Something Good: The Muscle Shoals Sessions was a great collection of Irma's mostly unreleased session work for Chess recorded at Fame Studio in Muscle Shoals in the late 1960's with the fine house band there. The CD was on Chess/MCA, but is long out of print and ridiculously expensive online, it appears. Seek it out where previously owned music software is sold. Maybe they won't know how rare it is.

Starting in the mid-1980's, Irma began a long-lasting relationship with Rounder Records, which was actively recording classic New Orleans artists then and re-starting numerous careers that way, bless 'em (especially producer Scott Billington). None of her work with Rounder is bad. But I'll suggest some titles for starters that also may be
available at or the Louisiana Music Factory:

If You Want It Come and Get It - a single CD retrospective compilation of her Rounder work (it must have been hard to choose) that gives a taste from most of her albums.

The Way I Feel - This is probably my favorite Rounder album by Irma, followed closely by the one that came right before it, The New Rules.

Live: Simply The Best - Recorded in San Francisco at Slim's, this is not as good as it should have been. She takes requests; and the band can't quite pull some of them off. The newer cover songs don't do much for me. But Irma's singing saves the day.

I'll be posting some more Irma audio at HOTG soon. So check back.

February 02, 2005

Anticipating April (updated)

Once Mardi Gras is over, the outdoor festivals are on their way. April is a BIG month for Louisiana music and cultural celebration with two great events in New Orleans and another in Lafayette. If you're a fan of any one or all of them, you've probably already checked out the tentative announcements of the music coming to the French Quarter Festival, the New Orleans Jazz & Heritage Festival, and Festival International. If you're new to this drill, here are links to the websites for more details:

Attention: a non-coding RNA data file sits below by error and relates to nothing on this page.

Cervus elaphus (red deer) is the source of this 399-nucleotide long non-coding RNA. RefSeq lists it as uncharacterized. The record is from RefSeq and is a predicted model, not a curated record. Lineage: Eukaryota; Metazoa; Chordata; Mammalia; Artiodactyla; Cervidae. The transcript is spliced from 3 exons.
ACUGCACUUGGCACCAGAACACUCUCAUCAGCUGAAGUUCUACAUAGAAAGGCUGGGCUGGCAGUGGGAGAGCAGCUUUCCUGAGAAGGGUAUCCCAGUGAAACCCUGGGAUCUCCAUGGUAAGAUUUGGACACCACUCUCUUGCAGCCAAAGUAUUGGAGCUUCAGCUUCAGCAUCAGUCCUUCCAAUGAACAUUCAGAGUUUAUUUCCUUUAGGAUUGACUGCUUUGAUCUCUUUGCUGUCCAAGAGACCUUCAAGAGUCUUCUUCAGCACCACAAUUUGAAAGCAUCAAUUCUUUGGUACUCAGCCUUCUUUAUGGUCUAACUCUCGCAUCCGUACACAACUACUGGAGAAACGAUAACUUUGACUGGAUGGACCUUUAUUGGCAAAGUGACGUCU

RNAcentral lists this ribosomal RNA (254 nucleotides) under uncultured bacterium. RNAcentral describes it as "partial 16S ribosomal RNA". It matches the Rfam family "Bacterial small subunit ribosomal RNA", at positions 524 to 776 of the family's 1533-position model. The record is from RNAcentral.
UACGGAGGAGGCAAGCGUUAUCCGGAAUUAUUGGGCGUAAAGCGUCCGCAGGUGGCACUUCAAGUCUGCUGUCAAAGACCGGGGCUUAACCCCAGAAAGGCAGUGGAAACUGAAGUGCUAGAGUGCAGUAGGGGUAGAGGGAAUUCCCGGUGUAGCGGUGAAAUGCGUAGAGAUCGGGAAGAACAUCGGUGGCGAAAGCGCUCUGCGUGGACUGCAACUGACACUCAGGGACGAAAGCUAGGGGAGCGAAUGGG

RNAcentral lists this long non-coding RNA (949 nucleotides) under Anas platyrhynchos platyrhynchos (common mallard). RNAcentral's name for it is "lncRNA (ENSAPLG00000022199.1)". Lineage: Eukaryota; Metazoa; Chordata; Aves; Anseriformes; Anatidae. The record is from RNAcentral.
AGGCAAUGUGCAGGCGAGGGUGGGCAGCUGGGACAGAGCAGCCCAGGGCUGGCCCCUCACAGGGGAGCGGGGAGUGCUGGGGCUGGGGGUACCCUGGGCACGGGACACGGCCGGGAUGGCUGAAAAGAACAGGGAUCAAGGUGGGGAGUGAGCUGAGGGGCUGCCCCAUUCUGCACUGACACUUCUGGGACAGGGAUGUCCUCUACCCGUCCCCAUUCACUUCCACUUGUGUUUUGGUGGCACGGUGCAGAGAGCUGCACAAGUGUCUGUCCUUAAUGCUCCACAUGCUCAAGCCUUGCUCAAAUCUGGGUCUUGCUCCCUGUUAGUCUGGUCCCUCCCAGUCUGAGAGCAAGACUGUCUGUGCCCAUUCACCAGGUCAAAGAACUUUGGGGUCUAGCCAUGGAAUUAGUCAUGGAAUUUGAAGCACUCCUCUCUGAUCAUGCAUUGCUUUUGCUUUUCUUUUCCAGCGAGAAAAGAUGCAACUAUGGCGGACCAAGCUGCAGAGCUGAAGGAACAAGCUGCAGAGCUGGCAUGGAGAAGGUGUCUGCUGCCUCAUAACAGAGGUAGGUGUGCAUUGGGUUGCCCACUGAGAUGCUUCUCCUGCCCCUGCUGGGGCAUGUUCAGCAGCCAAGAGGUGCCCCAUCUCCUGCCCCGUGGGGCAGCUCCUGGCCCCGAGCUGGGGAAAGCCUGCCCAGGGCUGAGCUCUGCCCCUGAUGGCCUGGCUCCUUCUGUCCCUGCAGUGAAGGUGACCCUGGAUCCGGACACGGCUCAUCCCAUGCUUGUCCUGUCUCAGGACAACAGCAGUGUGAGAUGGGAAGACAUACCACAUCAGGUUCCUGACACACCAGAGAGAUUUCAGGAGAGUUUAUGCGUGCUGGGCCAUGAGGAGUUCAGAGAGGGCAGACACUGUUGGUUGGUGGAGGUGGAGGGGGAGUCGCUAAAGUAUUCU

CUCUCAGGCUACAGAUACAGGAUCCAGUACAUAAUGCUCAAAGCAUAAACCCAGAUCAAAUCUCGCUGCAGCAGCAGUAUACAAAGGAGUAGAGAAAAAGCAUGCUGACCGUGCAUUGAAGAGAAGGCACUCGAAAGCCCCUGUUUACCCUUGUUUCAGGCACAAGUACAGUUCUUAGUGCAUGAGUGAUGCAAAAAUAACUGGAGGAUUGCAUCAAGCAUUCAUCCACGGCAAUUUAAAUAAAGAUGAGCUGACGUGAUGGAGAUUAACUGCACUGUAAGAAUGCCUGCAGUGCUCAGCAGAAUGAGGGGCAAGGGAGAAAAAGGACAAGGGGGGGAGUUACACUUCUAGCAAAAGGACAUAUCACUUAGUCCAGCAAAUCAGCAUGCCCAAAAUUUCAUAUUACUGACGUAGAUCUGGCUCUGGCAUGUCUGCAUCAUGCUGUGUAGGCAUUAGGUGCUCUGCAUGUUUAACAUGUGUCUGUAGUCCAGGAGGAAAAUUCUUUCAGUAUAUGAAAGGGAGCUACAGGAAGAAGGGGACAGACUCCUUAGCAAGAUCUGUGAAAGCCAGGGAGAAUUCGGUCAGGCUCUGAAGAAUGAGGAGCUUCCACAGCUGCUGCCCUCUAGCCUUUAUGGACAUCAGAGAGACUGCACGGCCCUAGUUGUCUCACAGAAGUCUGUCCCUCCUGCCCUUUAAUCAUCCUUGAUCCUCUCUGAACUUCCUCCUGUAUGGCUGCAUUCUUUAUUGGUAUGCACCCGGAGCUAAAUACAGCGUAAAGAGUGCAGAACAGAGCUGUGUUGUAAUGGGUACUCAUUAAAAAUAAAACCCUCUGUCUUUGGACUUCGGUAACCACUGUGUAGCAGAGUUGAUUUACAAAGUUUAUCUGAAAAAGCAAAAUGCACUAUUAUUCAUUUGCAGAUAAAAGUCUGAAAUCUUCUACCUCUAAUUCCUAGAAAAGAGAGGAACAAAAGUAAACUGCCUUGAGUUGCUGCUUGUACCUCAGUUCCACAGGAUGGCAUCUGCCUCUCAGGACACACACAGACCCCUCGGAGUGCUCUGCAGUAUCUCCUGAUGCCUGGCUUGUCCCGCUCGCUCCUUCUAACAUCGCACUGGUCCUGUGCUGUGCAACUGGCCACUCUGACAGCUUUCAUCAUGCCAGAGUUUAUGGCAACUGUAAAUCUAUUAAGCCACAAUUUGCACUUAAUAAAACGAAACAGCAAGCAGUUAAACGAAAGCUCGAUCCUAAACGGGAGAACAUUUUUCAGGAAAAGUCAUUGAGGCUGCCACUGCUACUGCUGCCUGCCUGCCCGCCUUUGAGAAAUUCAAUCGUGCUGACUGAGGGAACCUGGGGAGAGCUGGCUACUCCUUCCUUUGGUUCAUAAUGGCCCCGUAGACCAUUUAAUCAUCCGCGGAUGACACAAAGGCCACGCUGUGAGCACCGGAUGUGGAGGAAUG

French Quarter Festival
April 8-10, 2005. This remarkable festival, featuring a variety of primarily New Orleans and regional talent performing on 15 stages around the French Quarter area and along the riverfront, also has great food for sale from top notch local eateries, and free admission. Many locals prefer the FQF to Jazzfest. It's a lot less crowded, for the most part; and the price is right.

Festival International de Louisiane
April 20-24, 2005. Remarkably, this too is a free festival and is held throughout the downtown area of Lafayette, LA. Established to promote and celebrate the French cultural heritage of the region (Acadiana) ,which includes French, African, Caribbean and Hispanic influences, the festival has gained acclaim for featuring numerous world music artists from those areas of influence as well as many Louisiana performers. It's a laid back, down home, friendly event that conveys its cultural significance with the pervading Louisiana party atmosphere. In addition to what the festival provides, the local clubs all book good music that keeps things jumpin' late into the night.

Ponderosa Stomp (Fourth Annual)
April 26 & 27, 2005. Put on as if my magic by the Mystic Knights of the Mau Mau, this is a mini-fest of classic r&b and rock 'n roll put on at New Orleans' best multipurpose venue, the world famous Rock 'n' Bowl, and featuring original artists of the genres performing their music backed by various hip musicians, many of whom are legendary sidemen. Taking place during the week between Jazzfest weekends, this is the kind music the Jazzfest used to feature more of. Not all of the performers are New Orleans-related. I came down for one of the earlier Stomps and walked in on a load of Memphis-related acts: Billy Lee Riley, Scotty Moore, et al. Anyway, their anticipated schedule (always subject to change) tells the story. Betty Harris may be there this year! And Plas Johnson! And Earl Palmer! These shows start early and run most of the night. People get lost in there between the music, beer, food, bowling and vibe. Thanks to The Reaper for pointing out that I forgot to list this. And, yes, it's worth the bucks.